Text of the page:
Many old-growth trees are on protected land that will never be forested. But some ancient wood makes it to market. Is it worth working with? We find out.
by Kara Gebhardt
pages 94-97, December 2003
We crashed down a steep hill covered in ancient rhododendron thickets and the effect was complete. This forest was so old and civilization so far away that we could have been settlers forging through the Cumberland Gap. Poplars stood 120′ tall and measured 4′ in diameter. Their once young, fine-textured bark was now riven with deep grooves causing us to misidentify them in their winter attire as chestnut oaks. The trees looked wrinkled, magnificent and old. Among the poplars were ancient hemlocks and 300-year-old beech trees, which grew neck-achingly tall on Pine Mountain’s mossy, fern covered south slope.
In another era, these trees would have been cut down and used for everything from furniture and firewood to bowls and fuel. But this particular forest – Blanton Forest in eastern Kentucky – is protected. These trees will never see a table saw. But some old-growth wood (mostly recycled) does. Many people believe old-growth offers richer color, tighter grain and more strength than newer wood. Before you begin searching for some old-growth lumber, here are some important things you should know.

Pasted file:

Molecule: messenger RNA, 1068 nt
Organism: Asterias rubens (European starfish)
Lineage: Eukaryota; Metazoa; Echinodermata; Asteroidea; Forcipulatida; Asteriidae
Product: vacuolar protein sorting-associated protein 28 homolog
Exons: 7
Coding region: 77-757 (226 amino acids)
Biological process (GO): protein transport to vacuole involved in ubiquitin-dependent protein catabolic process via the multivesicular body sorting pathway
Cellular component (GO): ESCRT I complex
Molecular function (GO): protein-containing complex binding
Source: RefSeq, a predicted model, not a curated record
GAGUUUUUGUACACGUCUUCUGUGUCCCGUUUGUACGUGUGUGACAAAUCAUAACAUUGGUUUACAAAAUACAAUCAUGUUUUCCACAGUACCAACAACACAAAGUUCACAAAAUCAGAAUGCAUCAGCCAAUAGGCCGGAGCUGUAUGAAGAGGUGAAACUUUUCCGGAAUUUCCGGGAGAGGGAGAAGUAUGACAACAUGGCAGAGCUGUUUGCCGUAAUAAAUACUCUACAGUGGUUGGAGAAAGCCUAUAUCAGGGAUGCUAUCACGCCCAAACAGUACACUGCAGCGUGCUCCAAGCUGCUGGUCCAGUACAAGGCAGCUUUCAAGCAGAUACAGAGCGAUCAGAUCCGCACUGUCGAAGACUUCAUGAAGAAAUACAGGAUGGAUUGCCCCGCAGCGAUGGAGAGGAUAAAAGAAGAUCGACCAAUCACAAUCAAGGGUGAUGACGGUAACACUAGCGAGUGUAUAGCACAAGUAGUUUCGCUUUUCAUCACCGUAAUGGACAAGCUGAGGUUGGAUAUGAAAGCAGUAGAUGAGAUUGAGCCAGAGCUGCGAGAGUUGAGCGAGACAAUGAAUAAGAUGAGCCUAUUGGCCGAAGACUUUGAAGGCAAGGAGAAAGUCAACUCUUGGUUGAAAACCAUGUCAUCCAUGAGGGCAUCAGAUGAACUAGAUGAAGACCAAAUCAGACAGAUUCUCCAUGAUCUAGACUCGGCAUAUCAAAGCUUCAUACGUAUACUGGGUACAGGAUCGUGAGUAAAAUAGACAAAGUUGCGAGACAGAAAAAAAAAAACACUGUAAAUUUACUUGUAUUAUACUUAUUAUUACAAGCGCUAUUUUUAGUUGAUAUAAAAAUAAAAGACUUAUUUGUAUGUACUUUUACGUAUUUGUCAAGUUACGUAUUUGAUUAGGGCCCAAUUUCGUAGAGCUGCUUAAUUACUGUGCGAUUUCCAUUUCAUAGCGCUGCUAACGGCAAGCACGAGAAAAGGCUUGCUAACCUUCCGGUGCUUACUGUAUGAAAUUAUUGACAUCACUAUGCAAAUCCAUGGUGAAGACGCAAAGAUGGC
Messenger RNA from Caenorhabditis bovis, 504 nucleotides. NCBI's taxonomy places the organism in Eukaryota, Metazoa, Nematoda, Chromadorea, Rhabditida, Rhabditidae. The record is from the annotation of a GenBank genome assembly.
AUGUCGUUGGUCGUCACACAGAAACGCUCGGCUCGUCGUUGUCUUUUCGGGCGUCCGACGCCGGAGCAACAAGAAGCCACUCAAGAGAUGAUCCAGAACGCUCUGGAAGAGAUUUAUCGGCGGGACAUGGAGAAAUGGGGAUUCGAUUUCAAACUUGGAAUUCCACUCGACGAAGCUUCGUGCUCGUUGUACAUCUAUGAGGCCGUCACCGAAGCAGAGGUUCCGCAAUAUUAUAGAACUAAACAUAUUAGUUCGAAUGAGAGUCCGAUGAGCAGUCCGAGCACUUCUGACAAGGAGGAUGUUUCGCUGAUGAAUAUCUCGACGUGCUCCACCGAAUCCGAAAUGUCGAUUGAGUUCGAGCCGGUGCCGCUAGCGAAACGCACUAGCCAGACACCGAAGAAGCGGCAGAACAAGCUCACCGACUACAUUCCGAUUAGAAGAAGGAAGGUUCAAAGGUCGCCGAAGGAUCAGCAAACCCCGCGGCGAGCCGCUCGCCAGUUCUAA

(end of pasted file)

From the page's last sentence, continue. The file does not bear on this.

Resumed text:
What is Old Growth?
There is a slew of definitions for the term “old growth,” in part because different species of trees require different definitions.
But most scientists agree on these key conditions:
• A percentage of old, large-diameter trees must be present.
• The forest must exhibit a dense, diverse canopy with trees of many different heights, standing snags (dead trees that simply refuse to fall) and a forest floor cluttered with decomposing logs.
• The soil of an old-growth forest is usually carpeted with moss, fungi and ferns, with large root balls pushing the earth apart.
• The forest must remain, for the most part, undisturbed by people. Because wood is, and always has been, integral to human life, “undisturbed by people” is what makes a virgin forest so rare.
Download the PDF below for the rest of the article.
And please leave a comment with your favorite source(s) for reclaimed lumber.
From the December 2003 issue: